Ag Innovations
Produced by J. Greenberg


The Central Valley has long been known as the "Breadbasket of the World" -- what better place to hold the first ever Ministerial Conference on Agriculture? USDA Secretary Ann Veneman -- herself a Valley native -- presided over the three-day convention that brought delegates from over 100 nations to Sacramento.

Ministers from Afghanistan to Zambia came to learn how the latest breakthroughs in agricultural science and technology could help fight hunger around the world.

Many of those new technologies were developed or refined right here in the Central Valley, home to many of the world's top agricultural companies and institutions. Foremost among them is the University of California at Davis, originally founded in 1908 as the "University Farm."

Dr. Eduardo Blumwald -- a professor at UC Davis since 2000 -- recently won the prestigious Humboldt prize for his work developing a tomato that would grow in salt-tainted soil.

Blumwald modified a single gene in his tomato plants, which allowed them to store more salt in their leaves -- without absorbing it in their fruits. He hopes to use this same technique in alfalfa and other crops.

To that end, the University has recently completed a center dedicated to Plant Transformation, the manipulation of species on a genetic level.

Researchers hope this technology will lead to plants that can grow in a number of harsh environments, to help eliminate hunger around the world. But many nations have been reluctant to embrace these new genetically modified crops. Indeed, even in the face of famine, Zambia made headlines by refusing a US aid shipment of genetically modified corn. Ironically, their fight against GMOs was led by Drina Nyirenda, a native of Zambia who received her Ph.D. at UC Davis.

GMOs are controversial in the U.S. as well, as evidenced by the protestors outside the Ministerial Conference, who let the delegates know that although the Valley is a hotbed of agricultural research, there's another essential side that they shouldn't overlook. They say the Central Valley is also a wonderful breeding ground for organic agriculture, and sustainable agriculture.

Given the history and importance of agriculture in our region, it's not surprising that Valley farmers employ techniques that run the gamut from the latest technology to the oldest methods known. And our research reflects that as well. Scientists at UC Davis work both ends of the technological spectrum -- and many of their efforts aim to replace old toxic science with new, more environmentally safe approaches. For 23 years, the University's Integrated Pest Management Program has helped farmers reduce pesticide use, improve the profitability of their farming, reduce the environmental impact of pesticide use, and improve the health of farmworkers.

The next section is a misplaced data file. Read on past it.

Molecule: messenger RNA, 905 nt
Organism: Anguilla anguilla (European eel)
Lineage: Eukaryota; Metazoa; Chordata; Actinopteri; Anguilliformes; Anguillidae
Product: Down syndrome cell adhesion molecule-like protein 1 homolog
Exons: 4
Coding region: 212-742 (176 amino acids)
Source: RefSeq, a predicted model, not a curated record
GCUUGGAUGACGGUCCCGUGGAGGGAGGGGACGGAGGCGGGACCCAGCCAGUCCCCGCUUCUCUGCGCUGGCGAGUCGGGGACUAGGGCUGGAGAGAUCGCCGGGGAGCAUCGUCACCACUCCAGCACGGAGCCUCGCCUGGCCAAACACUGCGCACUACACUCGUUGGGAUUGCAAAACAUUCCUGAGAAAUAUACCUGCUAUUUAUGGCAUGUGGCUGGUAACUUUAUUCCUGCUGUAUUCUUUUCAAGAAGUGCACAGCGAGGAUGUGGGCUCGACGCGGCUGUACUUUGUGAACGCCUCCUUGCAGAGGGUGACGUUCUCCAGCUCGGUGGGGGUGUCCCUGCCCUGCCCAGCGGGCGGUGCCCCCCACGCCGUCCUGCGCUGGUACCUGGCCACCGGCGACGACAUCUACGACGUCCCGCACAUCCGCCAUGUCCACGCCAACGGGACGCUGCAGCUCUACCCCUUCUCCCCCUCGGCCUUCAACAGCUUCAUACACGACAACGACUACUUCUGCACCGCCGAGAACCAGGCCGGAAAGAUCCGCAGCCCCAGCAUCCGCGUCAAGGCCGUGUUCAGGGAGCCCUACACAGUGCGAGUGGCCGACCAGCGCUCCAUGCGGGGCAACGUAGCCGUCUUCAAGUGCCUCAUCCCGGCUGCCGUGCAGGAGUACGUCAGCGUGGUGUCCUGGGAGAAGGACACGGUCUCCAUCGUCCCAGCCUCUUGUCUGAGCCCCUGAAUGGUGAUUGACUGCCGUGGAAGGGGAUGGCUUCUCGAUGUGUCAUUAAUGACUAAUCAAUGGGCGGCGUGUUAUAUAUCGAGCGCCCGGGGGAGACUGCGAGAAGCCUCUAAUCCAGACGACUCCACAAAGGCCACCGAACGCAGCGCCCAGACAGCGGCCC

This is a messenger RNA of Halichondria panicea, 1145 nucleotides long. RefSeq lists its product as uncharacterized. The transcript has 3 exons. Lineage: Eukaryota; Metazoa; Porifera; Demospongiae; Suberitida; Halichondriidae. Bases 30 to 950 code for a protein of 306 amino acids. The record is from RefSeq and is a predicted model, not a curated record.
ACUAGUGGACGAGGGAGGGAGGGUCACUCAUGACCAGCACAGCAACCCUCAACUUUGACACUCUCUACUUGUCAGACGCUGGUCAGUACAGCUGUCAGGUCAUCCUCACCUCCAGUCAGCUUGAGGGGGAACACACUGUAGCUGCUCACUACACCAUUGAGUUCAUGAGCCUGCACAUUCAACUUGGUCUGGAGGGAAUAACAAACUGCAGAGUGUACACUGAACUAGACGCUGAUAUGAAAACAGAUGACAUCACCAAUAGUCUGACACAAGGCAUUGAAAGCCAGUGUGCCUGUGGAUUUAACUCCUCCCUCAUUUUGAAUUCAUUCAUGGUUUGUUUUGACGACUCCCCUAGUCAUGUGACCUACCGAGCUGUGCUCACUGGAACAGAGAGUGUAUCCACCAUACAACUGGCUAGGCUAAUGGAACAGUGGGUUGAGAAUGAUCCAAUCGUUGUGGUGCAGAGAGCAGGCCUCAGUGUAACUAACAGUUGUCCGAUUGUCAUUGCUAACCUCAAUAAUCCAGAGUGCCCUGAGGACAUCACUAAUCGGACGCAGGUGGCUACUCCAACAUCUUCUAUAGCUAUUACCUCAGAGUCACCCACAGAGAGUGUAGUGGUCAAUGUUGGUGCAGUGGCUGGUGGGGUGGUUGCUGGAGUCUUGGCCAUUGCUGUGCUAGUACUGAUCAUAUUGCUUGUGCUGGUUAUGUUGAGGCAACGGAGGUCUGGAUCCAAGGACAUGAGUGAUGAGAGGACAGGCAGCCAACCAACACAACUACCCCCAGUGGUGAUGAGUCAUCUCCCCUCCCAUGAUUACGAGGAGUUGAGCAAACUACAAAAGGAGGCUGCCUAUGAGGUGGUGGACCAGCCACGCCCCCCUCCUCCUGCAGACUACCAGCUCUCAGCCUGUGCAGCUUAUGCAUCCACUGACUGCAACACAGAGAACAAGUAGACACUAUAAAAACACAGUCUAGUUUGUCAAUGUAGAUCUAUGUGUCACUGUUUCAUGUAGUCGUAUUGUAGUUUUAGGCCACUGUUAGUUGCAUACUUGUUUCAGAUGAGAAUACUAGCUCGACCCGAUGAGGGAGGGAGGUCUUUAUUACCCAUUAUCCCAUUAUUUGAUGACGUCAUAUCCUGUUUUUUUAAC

Much of their work involves the use of pheromones -- chemicals male insects use to find females for mating. Pheromone laced traps and lures keep pests like the peach twig bore and coddling moths from breeding, offering cheap and eco-friendly protection to orchards and fields. But farmers aren't the only ones to benefit from the program's work.

The program's website receives 17,000 hits a day -- not only from farmers, but from urban dwellers who are trying to control ants, or other pests they might have around the home and garden.

Agricultural research often has unintended consequences. A perfect example is the development of the tomato harvester in the 1960s. Before the agricultural engineers at UC Davis could employ their invention, they needed to tap the skills of the University's plant breeders and geneticists.

First, they needed to develop a tomato plant whose fruit would ripen all at the same time; then, a tomato tough enough to withstand harvesting by machine. Farmers benefitted through faster and more efficient harvesting...but not everyone was happy. Farm workers complained the new technology was costing them jobs. But today, the tomato harvester is often hailed for introducing the job of sorter to the fields -- much less backbreaking than the labor required to harvest by hand.

Only time will tell what the next great innovation in agriculture will be. But change is inevitable -- and to be successful tomorrow, the next generation of farmers must start adapting today.


Dr. Eduardo Blumwald
Professor, UC Davis

Kent Bradford
Director, Seed Biotechnology Center

Drina Nyirenda
Director, Program Against Malnutrition


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